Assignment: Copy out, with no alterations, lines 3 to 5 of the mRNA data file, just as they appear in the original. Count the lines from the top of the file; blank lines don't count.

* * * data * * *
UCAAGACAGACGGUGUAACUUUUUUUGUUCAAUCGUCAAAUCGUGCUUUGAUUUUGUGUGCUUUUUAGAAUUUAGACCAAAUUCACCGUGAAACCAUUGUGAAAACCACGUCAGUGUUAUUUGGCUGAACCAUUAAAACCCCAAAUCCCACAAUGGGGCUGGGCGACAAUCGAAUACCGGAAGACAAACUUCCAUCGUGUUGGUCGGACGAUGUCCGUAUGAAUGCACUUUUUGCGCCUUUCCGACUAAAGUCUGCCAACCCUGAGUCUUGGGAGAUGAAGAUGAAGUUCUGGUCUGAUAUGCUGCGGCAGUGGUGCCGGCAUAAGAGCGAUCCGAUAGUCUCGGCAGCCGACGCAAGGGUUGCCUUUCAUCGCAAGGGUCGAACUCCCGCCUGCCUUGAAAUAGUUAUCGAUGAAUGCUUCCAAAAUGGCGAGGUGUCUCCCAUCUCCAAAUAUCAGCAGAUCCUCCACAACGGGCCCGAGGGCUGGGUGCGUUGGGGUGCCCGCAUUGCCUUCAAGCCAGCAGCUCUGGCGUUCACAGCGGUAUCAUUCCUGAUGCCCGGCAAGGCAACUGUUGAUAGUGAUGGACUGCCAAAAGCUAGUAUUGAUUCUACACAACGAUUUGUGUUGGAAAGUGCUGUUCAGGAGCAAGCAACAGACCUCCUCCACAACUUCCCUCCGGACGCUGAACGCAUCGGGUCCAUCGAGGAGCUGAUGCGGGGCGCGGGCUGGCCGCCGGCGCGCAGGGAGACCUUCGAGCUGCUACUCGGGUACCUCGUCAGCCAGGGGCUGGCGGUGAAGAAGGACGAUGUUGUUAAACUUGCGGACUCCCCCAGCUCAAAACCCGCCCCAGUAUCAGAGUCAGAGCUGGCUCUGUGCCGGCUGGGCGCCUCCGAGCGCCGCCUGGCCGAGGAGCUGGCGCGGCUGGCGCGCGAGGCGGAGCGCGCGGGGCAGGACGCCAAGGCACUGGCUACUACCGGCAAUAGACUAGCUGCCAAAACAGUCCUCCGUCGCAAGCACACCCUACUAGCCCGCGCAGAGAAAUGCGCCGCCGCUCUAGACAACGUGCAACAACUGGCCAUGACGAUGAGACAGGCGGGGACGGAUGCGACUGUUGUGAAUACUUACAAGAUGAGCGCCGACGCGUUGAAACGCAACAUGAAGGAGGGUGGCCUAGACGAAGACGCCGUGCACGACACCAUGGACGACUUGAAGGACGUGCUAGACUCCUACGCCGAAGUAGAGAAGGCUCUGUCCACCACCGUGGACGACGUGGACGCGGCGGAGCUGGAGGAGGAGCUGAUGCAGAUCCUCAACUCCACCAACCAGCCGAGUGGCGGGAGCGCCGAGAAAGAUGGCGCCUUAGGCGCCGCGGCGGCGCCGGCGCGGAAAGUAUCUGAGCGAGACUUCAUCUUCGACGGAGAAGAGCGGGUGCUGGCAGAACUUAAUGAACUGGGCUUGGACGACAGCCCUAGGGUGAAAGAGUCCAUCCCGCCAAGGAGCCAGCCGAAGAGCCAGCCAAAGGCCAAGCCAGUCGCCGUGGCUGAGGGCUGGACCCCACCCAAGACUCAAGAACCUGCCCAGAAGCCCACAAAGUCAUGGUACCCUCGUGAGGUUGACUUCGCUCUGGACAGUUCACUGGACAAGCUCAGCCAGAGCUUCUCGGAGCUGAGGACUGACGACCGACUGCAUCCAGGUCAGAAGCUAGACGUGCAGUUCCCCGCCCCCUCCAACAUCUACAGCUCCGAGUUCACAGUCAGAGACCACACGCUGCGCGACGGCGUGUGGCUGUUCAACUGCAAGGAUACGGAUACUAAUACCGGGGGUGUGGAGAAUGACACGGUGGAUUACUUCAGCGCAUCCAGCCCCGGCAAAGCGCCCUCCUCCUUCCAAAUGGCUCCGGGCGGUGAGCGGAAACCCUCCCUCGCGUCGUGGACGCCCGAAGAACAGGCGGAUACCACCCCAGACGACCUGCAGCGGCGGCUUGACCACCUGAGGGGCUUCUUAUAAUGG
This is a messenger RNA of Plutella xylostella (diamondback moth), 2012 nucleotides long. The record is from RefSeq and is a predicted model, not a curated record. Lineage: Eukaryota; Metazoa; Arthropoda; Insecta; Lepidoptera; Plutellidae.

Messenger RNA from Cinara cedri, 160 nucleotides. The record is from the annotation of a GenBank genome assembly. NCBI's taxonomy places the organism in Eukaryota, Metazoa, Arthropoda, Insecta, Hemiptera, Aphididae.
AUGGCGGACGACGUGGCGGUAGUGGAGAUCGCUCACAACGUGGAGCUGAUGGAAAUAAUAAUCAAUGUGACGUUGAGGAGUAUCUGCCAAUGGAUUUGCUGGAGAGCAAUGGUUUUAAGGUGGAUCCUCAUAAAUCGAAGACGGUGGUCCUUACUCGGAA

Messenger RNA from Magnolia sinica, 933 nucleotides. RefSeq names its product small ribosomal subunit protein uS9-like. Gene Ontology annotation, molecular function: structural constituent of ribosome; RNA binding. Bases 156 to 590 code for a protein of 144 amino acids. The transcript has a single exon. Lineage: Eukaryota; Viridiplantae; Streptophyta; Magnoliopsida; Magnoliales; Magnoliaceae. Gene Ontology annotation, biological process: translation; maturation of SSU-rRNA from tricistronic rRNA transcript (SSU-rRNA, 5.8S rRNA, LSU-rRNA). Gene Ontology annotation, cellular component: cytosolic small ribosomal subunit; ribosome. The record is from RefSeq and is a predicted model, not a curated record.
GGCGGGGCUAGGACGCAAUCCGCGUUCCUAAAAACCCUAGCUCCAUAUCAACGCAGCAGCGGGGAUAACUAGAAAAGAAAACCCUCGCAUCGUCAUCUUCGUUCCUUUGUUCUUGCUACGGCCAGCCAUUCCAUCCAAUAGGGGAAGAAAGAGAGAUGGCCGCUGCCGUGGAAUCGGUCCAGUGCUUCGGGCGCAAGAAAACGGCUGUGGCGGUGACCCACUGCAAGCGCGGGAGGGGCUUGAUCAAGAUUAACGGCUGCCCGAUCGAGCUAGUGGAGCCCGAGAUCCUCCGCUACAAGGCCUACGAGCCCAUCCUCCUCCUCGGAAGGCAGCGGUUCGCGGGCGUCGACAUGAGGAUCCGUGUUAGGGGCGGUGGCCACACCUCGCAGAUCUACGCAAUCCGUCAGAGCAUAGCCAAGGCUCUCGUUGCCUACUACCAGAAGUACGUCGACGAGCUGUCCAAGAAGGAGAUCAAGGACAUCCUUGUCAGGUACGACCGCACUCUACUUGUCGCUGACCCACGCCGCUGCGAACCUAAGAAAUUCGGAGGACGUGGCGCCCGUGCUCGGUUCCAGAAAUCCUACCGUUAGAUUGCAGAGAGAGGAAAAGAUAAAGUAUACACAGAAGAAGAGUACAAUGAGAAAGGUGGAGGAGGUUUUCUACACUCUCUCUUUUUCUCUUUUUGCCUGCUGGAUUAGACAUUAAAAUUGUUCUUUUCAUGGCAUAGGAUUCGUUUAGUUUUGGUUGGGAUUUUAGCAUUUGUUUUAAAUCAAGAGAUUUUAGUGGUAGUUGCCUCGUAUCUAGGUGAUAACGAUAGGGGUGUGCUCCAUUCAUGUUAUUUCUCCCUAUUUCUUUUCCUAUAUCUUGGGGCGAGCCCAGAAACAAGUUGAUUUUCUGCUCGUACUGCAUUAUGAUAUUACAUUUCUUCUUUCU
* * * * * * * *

Messenger RNA from Cinara cedri, 160 nucleotides. The record is from the annotation of a GenBank genome assembly. NCBI's taxonomy places the organism in Eukaryota, Metazoa, Arthropoda, Insecta, Hemiptera, Aphididae.
AUGGCGGACGACGUGGCGGUAGUGGAGAUCGCUCACAACGUGGAGCUGAUGGAAAUAAUAAUCAAUGUGACGUUGAGGAGUAUCUGCCAAUGGAUUUGCUGGAGAGCAAUGGUUUUAAGGUGGAUCCUCAUAAAUCGAAGACGGUGGUCCUUACUCGGAA

Messenger RNA from Magnolia sinica, 933 nucleotides. RefSeq names its product small ribosomal subunit protein uS9-like. Gene Ontology annotation, molecular function: structural constituent of ribosome; RNA binding. Bases 156 to 590 code for a protein of 144 amino acids. The transcript has a single exon. Lineage: Eukaryota; Viridiplantae; Streptophyta; Magnoliopsida; Magnoliales; Magnoliaceae. Gene Ontology annotation, biological process: translation; maturation of SSU-rRNA from tricistronic rRNA transcript (SSU-rRNA, 5.8S rRNA, LSU-rRNA). Gene Ontology annotation, cellular component: cytosolic small ribosomal subunit; ribosome. The record is from RefSeq and is a predicted model, not a curated record.